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@AndrewGS

so, a $10k premium for the yukon denali justifys a "claimed" 1-2 mpg improvement?

With my own experience, there were only marginal differences in gas mileage, meaning to me its not worth the cost of ownership, nor the cost of the premium. and i like to know when idling that my truck is actually on, and not just in battery mode.
 

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@AndrewGS

so, a $10k premium for the yukon denali justifys a "claimed" 1-2 mpg improvement?
No, a $6,875 premium with more power and torque as well as a 5MPG City and 4MPG combined fuel economy advantage is justified. You'll save $584 per year.

With my own experience, there were only marginal differences in gas mileage, meaning to me its not worth the cost of ownership, nor the cost of the premium.
Cost of ownership? You SAVE money on gas.

and i like to know when idling that my truck is actually on, and not just in battery mode.
That's why they have an "Auto Stop" readout on the tachometer. ;)
 

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Yes, more stuff to malfunction and maintain = increased operating costs. $6,800 premium with more power? It gets considerably less power than the 6.2L you'd get in a regular Denali. Case in point, trucks and suv's as big as the ones we are talking about are not made for good gas mileage. They are the way they are for a reason. The cost of the hybrids still just doesn't justify the "savings" you incur, which in my opinion, over a 10-year period would not be worth it, considering I highly doubt you could go 10 years without having a considerable amount of work done to the hybrid system/battery.
 

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Yes, more stuff to malfunction and maintain = increased operating costs. $6,800 premium with more power? It gets considerably less power than the 6.2L you'd get in a regular Denali. Case in point, trucks and suv's as big as the ones we are talking about are not made for good gas mileage. They are the way they are for a reason. The cost of the hybrids still just doesn't justify the "savings" you incur, which in my opinion, over a 10-year period would not be worth it, considering I highly doubt you could go 10 years without having a considerable amount of work done to the hybrid system/battery.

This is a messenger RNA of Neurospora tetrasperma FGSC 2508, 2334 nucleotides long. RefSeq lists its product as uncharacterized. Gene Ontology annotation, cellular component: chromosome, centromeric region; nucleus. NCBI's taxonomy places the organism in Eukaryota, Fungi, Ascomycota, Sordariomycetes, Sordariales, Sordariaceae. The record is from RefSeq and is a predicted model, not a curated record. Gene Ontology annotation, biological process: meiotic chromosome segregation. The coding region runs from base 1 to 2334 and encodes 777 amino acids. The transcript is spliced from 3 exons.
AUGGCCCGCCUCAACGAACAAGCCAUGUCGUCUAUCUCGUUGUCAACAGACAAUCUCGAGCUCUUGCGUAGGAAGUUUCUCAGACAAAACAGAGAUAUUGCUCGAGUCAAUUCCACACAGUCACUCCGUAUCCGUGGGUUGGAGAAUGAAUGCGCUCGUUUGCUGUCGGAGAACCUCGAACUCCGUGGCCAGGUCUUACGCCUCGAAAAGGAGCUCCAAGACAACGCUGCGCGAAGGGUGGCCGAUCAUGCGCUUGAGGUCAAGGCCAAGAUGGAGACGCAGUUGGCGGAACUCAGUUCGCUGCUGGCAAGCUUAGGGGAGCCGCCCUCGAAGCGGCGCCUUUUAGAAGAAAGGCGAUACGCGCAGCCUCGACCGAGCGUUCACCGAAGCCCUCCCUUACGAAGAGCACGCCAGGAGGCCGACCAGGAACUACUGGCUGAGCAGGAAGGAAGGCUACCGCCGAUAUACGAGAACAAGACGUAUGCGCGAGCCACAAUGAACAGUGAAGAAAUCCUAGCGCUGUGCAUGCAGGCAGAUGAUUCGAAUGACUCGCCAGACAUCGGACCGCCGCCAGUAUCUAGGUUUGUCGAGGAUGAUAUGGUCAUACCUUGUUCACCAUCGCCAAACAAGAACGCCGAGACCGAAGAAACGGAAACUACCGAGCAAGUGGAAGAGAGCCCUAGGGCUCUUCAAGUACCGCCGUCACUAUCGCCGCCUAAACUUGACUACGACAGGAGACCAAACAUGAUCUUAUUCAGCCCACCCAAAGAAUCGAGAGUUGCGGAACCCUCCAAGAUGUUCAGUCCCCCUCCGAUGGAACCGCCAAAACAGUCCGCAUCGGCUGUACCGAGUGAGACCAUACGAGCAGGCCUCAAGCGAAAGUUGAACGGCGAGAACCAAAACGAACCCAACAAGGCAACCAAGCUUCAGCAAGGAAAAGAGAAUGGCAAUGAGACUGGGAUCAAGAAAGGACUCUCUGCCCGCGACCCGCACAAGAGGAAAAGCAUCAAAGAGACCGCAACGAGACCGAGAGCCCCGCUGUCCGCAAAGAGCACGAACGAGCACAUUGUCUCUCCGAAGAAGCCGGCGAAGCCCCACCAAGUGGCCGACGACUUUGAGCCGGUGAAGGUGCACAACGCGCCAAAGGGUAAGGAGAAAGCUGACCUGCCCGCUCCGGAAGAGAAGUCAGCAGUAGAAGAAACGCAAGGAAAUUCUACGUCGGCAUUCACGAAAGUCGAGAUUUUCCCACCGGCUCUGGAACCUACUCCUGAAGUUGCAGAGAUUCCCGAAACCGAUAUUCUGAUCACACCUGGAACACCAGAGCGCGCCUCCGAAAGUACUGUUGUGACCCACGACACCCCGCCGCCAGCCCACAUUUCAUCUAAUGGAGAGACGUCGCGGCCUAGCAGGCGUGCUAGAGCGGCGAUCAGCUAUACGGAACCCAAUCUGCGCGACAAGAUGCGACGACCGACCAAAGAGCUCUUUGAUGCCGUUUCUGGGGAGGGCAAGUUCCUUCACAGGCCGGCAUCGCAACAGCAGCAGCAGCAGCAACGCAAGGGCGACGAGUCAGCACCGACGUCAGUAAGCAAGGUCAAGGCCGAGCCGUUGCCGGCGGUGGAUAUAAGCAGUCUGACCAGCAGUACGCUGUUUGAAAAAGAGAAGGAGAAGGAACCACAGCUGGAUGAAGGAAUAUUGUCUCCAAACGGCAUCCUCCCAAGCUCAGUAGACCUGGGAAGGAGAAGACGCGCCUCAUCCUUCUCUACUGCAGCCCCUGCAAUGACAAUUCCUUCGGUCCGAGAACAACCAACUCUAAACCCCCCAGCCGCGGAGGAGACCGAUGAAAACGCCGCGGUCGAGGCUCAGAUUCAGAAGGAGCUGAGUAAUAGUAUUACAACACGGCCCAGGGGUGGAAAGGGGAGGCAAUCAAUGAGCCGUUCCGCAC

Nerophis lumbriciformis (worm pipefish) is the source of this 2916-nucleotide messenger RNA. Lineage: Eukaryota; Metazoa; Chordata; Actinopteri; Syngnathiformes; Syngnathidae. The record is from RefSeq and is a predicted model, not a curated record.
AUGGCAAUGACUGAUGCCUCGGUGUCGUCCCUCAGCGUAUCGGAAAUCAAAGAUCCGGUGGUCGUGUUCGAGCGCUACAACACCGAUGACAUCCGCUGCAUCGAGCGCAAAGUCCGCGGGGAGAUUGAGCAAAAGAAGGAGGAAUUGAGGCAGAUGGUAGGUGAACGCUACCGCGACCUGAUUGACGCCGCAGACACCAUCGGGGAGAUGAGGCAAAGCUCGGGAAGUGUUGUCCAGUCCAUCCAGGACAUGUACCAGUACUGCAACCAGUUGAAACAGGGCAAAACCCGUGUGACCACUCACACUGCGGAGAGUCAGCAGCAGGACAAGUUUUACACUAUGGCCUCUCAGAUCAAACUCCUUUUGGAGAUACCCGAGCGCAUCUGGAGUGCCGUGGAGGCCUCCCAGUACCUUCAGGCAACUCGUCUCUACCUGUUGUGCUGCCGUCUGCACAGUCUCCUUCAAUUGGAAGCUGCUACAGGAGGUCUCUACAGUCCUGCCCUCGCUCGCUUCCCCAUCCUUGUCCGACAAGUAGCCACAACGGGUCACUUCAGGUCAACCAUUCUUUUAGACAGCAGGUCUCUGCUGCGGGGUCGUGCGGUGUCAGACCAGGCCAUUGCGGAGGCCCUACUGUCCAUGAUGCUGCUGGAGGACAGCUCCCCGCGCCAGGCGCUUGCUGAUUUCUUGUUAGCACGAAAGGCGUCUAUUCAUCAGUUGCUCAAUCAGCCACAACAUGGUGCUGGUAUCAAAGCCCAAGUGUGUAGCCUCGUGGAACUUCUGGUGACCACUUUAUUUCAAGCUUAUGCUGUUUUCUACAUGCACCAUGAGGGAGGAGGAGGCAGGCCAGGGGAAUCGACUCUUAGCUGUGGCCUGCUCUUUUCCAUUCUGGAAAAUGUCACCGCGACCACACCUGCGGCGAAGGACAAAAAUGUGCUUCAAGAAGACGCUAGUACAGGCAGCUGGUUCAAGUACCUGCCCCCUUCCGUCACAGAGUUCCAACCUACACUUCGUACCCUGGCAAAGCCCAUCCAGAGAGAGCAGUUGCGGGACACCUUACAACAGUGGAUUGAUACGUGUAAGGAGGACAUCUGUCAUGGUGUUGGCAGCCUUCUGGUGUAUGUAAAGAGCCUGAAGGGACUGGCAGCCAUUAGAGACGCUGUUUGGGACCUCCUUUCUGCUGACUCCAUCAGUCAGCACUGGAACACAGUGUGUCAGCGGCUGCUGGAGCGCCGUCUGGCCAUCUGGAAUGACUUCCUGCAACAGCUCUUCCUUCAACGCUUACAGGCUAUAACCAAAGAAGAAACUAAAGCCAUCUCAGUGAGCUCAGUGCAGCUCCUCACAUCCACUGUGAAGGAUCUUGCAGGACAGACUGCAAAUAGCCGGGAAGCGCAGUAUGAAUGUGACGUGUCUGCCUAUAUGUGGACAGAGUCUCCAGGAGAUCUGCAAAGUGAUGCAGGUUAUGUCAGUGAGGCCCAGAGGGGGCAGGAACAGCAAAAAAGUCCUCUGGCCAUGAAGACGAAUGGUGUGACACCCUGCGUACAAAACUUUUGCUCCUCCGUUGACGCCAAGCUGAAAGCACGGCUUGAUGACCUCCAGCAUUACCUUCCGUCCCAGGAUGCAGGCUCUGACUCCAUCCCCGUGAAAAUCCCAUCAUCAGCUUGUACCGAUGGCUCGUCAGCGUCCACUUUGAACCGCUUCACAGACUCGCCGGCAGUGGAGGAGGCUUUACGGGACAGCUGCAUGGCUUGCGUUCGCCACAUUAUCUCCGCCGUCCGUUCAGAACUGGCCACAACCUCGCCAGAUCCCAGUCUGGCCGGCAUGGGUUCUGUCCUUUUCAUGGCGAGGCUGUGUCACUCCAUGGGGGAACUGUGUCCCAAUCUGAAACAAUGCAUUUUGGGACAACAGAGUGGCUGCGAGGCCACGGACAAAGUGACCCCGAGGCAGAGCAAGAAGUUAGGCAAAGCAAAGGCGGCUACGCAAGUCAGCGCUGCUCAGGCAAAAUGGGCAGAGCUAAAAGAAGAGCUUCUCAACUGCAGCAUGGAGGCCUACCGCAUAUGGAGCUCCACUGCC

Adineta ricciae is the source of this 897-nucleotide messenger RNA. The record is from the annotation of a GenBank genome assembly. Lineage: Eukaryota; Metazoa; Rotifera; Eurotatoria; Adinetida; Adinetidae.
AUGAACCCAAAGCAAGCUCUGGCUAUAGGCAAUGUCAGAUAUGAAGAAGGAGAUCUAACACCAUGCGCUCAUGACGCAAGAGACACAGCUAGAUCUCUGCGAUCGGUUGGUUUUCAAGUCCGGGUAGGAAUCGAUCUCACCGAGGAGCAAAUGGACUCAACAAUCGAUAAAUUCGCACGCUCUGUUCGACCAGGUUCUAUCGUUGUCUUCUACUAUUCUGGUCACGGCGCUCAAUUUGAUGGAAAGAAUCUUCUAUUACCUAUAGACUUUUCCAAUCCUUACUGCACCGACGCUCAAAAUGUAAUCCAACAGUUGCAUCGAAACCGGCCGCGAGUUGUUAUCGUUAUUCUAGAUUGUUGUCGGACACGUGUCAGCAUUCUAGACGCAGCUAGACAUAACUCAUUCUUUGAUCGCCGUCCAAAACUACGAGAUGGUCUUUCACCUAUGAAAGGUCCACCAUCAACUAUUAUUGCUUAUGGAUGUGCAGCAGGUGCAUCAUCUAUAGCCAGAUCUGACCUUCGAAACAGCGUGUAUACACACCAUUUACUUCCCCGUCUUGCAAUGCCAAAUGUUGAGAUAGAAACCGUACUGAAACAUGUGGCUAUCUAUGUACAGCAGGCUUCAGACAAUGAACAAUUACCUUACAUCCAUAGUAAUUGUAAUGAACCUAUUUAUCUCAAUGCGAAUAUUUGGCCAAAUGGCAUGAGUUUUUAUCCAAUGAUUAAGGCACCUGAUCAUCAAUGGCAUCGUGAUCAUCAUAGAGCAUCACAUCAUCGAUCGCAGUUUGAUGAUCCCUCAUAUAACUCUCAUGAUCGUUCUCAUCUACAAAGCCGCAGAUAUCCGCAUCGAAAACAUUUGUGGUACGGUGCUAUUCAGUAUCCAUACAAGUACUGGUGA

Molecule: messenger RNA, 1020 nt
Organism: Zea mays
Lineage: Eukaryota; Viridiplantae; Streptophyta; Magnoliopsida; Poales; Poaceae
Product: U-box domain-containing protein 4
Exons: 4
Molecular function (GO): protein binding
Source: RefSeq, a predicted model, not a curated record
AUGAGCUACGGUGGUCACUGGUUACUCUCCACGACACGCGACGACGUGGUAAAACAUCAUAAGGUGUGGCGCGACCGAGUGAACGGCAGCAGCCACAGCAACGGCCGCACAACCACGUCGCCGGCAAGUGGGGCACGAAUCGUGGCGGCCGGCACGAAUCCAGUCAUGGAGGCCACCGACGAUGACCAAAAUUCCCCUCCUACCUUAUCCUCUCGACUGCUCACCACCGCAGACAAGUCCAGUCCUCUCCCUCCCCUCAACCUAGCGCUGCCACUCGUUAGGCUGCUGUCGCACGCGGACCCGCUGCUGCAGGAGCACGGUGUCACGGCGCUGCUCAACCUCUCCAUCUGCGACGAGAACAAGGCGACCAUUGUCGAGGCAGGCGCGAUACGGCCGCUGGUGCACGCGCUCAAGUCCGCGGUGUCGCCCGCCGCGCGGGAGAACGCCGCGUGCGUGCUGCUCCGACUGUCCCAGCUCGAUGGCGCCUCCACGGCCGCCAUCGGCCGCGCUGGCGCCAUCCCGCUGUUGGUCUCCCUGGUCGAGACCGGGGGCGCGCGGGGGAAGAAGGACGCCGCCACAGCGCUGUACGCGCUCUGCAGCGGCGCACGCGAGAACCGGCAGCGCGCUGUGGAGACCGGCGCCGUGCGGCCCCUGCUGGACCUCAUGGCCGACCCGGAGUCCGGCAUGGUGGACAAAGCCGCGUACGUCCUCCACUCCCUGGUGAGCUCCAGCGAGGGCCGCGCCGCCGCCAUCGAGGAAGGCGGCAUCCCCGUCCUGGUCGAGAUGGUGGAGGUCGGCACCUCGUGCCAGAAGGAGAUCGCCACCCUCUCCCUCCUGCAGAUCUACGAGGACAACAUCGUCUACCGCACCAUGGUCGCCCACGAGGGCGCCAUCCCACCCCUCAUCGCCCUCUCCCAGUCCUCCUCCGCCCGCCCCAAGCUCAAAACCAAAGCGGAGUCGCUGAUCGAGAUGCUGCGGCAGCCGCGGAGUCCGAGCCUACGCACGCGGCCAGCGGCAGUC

Oh, you want to compare Denali Hybrid to regular Denali now? Well, true you lose some power, but the economy gains go up to 7MPG City and 6MPG combined, that's a $1,000 per year in fuel savings. That means you'll make up the difference in price in 5 years and then it's all savings, again, to the tune of $1,000 per year.

Why do you think the Hybrid system is more troublesome? I bought a new 2005 Silverado and went through two transmissions and three torque converters in the 67,000 miles I owned it at a huge cost, luckily taken care of by the warranty. No Hybrid system there.

Also, what's to maintain on the Hybrid system? Nothing. The batteries will last at least 10 years, about enough time to break even on the extra cost of the truck, but you've used less fuel and therefore less oil over it's life. Even then the batteries just deteriorate a little over time, they don't up and die.

You say that trucks aren't meant to get good mileage, but the GM 2-Mode Hybrid system breaks that mold and allows at least 20MPG around town in a full-size truck or SUV. That's something nobody else can offer.

If you hate Hybrids just say so, but don't try to dismiss GM's class-exclusive technology as a gimmick.